The series, following Morpheus, the ageless and anthropomorphic personification of Dream, began in January 1989 and concluded in March 1996. Working with Mike Dringenberg, Neil introduced Death, Dream’s older sister, in ‘The Sandman’, and she became almost as popular as the title character himself. DC’s Vertigo line was, in fact, launched in 1993 with a limited series named ‘Death: The High Cost of Living’, which was a resounding success. This further established Neil Gaiman as a preeminent writer of comics, and he even ended up as a co-writer with Jamie Delano for the ‘Swamp Thing’ series centred on Rick Veitch. Unfortunately, an editorial decision from DC caused both Gaiman and Delano to withdraw from the project.

Neil produced a number of additional stories for the DC Universe, including some Batman, Riddler and Poison Ivy-related tales, but he didn’t stick to that side of the aisle for long. In 2013, his Angela character, created with Todd McFarlane for his ‘Spawn’ series, was introduced into the Marvel Universe as part of the last issue for the ‘Age of Ultron’ miniseries. That whole collaboration ended with a lawsuit, however, which led to a joint ownership of the characters he created for McFarlane. One thing that stands out about Neil is that he understood the publishing industry and all its facets from a very young age. It helped him protect his literary works in the long run.

In the comic book world, Neil was known as a creator of characters, though he didn’t always stick around for the writing part, focusing mostly on his work for ‘The Sandman’. In an interview, and with regards to his passion for comics above other forms of storytelling, he said: ‘One of the joys of comics has always been the knowledge that it was, in many ways, untouched ground. It was virgin territory. When I was working on Sandman, I felt a lot of the time that I was actually picking up a machete and heading out into the jungle. I got to write in places and do things that nobody had ever done before. […] But with comics I felt like – I can do stuff nobody has ever done. I can do stuff nobody has ever thought of. And I could and it was enormously fun.’

The Books of Strange and Wonderful

Neil Gaiman’s first novel, a collaborative effort with Terry Pratchett titled ‘Good Omens’ was published in 1990. It was an instant success, chronicling the struggles of an angel and a demon who really don’t want the world to end, despite the fact that the Apocalypse has already begun.

In 1996, the novelisation of his teleplay for the BBC mini-series ‘Neverwhere’ came out, and the world was never the same again, even though he has since revised the novel twice—the first time to familiarize the American audience with the London Underground, and the second time because he simply felt he could do much better than the original. It’s a defining trait of Mr Gaiman’s, in fact, to try harder, to give more than what he’s already gifted us with.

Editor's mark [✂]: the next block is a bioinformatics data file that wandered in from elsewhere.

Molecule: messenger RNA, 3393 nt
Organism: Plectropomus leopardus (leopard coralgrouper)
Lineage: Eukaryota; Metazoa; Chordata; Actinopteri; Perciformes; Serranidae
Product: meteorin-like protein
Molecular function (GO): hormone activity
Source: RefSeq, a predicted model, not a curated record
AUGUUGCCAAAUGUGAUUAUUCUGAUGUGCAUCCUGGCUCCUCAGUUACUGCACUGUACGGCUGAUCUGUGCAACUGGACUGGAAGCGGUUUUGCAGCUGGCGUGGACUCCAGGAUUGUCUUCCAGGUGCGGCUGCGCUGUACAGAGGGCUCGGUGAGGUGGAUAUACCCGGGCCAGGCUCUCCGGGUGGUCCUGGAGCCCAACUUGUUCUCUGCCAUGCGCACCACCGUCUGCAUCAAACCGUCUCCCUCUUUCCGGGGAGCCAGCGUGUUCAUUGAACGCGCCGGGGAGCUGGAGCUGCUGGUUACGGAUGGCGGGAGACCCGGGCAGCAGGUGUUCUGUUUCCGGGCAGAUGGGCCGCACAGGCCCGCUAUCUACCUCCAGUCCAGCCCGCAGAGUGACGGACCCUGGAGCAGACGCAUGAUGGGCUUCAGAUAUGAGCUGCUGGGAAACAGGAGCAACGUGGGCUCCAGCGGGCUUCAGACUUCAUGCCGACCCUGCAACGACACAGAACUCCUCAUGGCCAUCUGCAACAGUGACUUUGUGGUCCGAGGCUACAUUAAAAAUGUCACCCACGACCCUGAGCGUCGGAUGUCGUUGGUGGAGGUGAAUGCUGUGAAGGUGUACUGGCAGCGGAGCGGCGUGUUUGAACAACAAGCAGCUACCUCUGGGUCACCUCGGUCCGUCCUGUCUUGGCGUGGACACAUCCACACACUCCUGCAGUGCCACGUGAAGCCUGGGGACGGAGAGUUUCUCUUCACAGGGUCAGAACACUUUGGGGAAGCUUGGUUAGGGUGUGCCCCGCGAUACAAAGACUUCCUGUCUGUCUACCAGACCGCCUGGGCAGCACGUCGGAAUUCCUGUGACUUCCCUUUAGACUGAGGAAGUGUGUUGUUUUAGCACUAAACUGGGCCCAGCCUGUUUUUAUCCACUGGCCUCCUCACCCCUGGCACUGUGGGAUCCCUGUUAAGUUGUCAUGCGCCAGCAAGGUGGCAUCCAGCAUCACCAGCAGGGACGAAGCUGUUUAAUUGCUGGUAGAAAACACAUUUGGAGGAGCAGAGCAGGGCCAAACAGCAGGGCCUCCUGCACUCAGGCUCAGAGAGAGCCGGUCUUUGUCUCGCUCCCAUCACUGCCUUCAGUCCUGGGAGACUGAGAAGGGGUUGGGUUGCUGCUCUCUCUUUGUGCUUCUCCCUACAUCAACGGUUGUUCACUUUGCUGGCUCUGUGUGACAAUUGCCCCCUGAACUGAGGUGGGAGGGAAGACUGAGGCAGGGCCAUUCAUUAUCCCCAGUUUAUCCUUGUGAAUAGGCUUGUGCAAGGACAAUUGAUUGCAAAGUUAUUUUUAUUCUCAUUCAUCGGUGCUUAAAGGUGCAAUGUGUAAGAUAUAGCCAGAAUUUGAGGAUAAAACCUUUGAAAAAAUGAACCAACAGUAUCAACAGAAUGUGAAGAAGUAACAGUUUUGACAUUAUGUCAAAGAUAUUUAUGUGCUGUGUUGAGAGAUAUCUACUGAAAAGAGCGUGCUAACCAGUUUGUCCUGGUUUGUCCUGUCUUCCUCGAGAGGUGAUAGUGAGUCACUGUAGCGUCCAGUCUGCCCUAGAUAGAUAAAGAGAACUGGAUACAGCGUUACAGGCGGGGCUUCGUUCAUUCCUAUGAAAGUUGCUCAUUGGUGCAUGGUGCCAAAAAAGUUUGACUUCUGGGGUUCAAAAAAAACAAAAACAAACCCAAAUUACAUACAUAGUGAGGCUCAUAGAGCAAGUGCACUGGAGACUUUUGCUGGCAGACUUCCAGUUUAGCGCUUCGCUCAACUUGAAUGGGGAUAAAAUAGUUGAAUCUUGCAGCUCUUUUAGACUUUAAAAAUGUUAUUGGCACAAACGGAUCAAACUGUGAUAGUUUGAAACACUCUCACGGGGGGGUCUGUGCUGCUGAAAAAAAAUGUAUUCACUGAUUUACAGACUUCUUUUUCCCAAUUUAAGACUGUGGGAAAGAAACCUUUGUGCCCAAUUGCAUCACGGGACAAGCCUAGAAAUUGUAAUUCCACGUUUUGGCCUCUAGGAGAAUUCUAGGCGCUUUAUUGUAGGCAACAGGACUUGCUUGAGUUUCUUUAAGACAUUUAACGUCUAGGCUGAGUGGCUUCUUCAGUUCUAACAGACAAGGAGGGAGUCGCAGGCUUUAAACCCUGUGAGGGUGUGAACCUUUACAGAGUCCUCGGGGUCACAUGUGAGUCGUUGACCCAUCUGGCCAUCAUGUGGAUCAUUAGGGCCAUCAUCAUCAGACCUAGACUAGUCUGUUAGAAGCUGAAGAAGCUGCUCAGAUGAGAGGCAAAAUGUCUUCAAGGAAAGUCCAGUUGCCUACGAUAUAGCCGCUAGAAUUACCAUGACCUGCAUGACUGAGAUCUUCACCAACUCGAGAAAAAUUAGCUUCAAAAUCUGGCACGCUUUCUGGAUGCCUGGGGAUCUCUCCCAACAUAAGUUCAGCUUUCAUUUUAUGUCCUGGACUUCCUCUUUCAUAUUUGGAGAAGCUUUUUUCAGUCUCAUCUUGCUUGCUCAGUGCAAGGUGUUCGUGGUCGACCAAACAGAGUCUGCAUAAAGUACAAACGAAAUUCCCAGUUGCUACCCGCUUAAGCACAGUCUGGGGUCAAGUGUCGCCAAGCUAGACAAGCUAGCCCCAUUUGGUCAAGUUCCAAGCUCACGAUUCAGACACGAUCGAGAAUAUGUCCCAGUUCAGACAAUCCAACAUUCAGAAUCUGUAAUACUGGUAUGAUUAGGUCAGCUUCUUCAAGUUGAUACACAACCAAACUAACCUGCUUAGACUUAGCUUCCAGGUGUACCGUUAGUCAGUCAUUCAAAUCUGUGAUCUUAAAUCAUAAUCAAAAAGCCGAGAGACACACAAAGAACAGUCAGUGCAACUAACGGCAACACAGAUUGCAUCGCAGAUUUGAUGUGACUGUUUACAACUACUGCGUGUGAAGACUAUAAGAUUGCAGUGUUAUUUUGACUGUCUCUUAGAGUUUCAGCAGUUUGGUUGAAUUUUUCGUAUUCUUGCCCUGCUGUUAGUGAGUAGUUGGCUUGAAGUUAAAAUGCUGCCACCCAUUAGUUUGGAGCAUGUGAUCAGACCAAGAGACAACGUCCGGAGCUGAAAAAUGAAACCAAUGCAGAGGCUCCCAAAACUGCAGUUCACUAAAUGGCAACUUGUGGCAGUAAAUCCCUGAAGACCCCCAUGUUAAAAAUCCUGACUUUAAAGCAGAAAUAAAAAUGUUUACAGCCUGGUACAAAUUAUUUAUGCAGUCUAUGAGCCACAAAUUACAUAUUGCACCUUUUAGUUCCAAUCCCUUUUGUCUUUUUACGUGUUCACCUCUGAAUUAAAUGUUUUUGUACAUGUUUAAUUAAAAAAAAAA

Influenced by Victorian fairy tales but with a fun and fresh twist of its own, ‘Stardust’ hit the bookstores in 1999. However, it was ‘American Gods’, published in 2001, that changed everything. It became an instant bestseller, gathering award after award for years before the idea of a TV adaptation was even considered. Fun and maybe a little terrifying fact: it almost didn’t get published because it was considered too long.

He followed it up with ‘Anansi Boys’ in 2005. Though not a direct sequel to ‘American Gods’, the book does tap into that specific universe by following Mr Nancy’s two sons—one a demigod and the other a simple Englishman, as they explore and eventually get tangled in their common heritage. In 2008, Mr Gaiman published ‘The Graveyard Book’, a work that was heavily influenced by Rudyard Kipling’s ‘The Jungle Book’, securing its spot on the New York Times Bestseller Children’s List for fifteen consecutive weeks.


With ‘The Ocean at the End of the Lane’, released in 2013 and voted Book of the Year at the National Book Awards, Neil touched on the search for one’s self-identity and the ‘disconnect between childhood and adulthood’ in a most fascinating style. ‘The Ocean at the End of the Lane’ was adapted for the stage and ran from 3 December, 2019 until 25 January of this year, at the National Theatre’s Dorfman venue in London. In-between the novels, he has also published several children’s books (‘Coraline’, ‘Mirror Mask’, and ‘The Wolves in the Walls’ among them), along with several collections of short stories, such as ‘Smoke and Mirrors’ and ‘Trigger Warning’

Most recently, Neil Gaiman has given us a beautiful retelling of Viking myths with ‘Norse Mythology’, where he took the time to compile, chisel and whittle through various pieces of folklore in order to produce a brilliant rendition of the Norse gods and their world, from their early days to their end in Ragnarok. 

Neil Gaiman, Executive Producer and Screenwriter